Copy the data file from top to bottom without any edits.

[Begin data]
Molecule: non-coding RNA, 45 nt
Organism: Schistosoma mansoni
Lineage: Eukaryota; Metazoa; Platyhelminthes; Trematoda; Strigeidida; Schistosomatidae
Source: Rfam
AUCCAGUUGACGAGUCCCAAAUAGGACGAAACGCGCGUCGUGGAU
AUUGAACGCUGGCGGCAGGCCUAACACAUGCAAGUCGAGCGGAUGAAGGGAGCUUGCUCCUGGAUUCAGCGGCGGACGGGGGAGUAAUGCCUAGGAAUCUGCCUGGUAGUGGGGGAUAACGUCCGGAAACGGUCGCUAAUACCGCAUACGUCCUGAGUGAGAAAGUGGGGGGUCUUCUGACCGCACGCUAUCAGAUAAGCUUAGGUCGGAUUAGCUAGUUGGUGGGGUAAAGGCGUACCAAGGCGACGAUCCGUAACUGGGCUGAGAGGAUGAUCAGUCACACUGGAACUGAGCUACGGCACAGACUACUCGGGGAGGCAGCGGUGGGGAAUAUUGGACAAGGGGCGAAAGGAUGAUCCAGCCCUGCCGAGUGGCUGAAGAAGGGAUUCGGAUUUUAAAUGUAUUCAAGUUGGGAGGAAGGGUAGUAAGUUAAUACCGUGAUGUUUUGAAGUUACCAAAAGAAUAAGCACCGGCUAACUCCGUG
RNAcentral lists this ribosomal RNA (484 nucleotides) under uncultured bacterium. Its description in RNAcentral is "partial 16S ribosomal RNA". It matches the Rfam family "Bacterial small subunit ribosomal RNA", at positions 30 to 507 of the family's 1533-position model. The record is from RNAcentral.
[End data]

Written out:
Molecule: non-coding RNA, 45 nt
Organism: Schistosoma mansoni
Lineage: Eukaryota; Metazoa; Platyhelminthes; Trematoda; Strigeidida; Schistosomatidae
Source: Rfam
AUCCAGUUGACGAGUCCCAAAUAGGACGAAACGCGCGUCGUGGAU
AUUGAACGCUGGCGGCAGGCCUAACACAUGCAAGUCGAGCGGAUGAAGGGAGCUUGCUCCUGGAUUCAGCGGCGGACGGGGGAGUAAUGCCUAGGAAUCUGCCUGGUAGUGGGGGAUAACGUCCGGAAACGGUCGCUAAUACCGCAUACGUCCUGAGUGAGAAAGUGGGGGGUCUUCUGACCGCACGCUAUCAGAUAAGCUUAGGUCGGAUUAGCUAGUUGGUGGGGUAAAGGCGUACCAAGGCGACGAUCCGUAACUGGGCUGAGAGGAUGAUCAGUCACACUGGAACUGAGCUACGGCACAGACUACUCGGGGAGGCAGCGGUGGGGAAUAUUGGACAAGGGGCGAAAGGAUGAUCCAGCCCUGCCGAGUGGCUGAAGAAGGGAUUCGGAUUUUAAAUGUAUUCAAGUUGGGAGGAAGGGUAGUAAGUUAAUACCGUGAUGUUUUGAAGUUACCAAAAGAAUAAGCACCGGCUAACUCCGUG
RNAcentral lists this ribosomal RNA (484 nucleotides) under uncultured bacterium. Its description in RNAcentral is "partial 16S ribosomal RNA". It matches the Rfam family "Bacterial small subunit ribosomal RNA", at positions 30 to 507 of the family's 1533-position model. The record is from RNAcentral.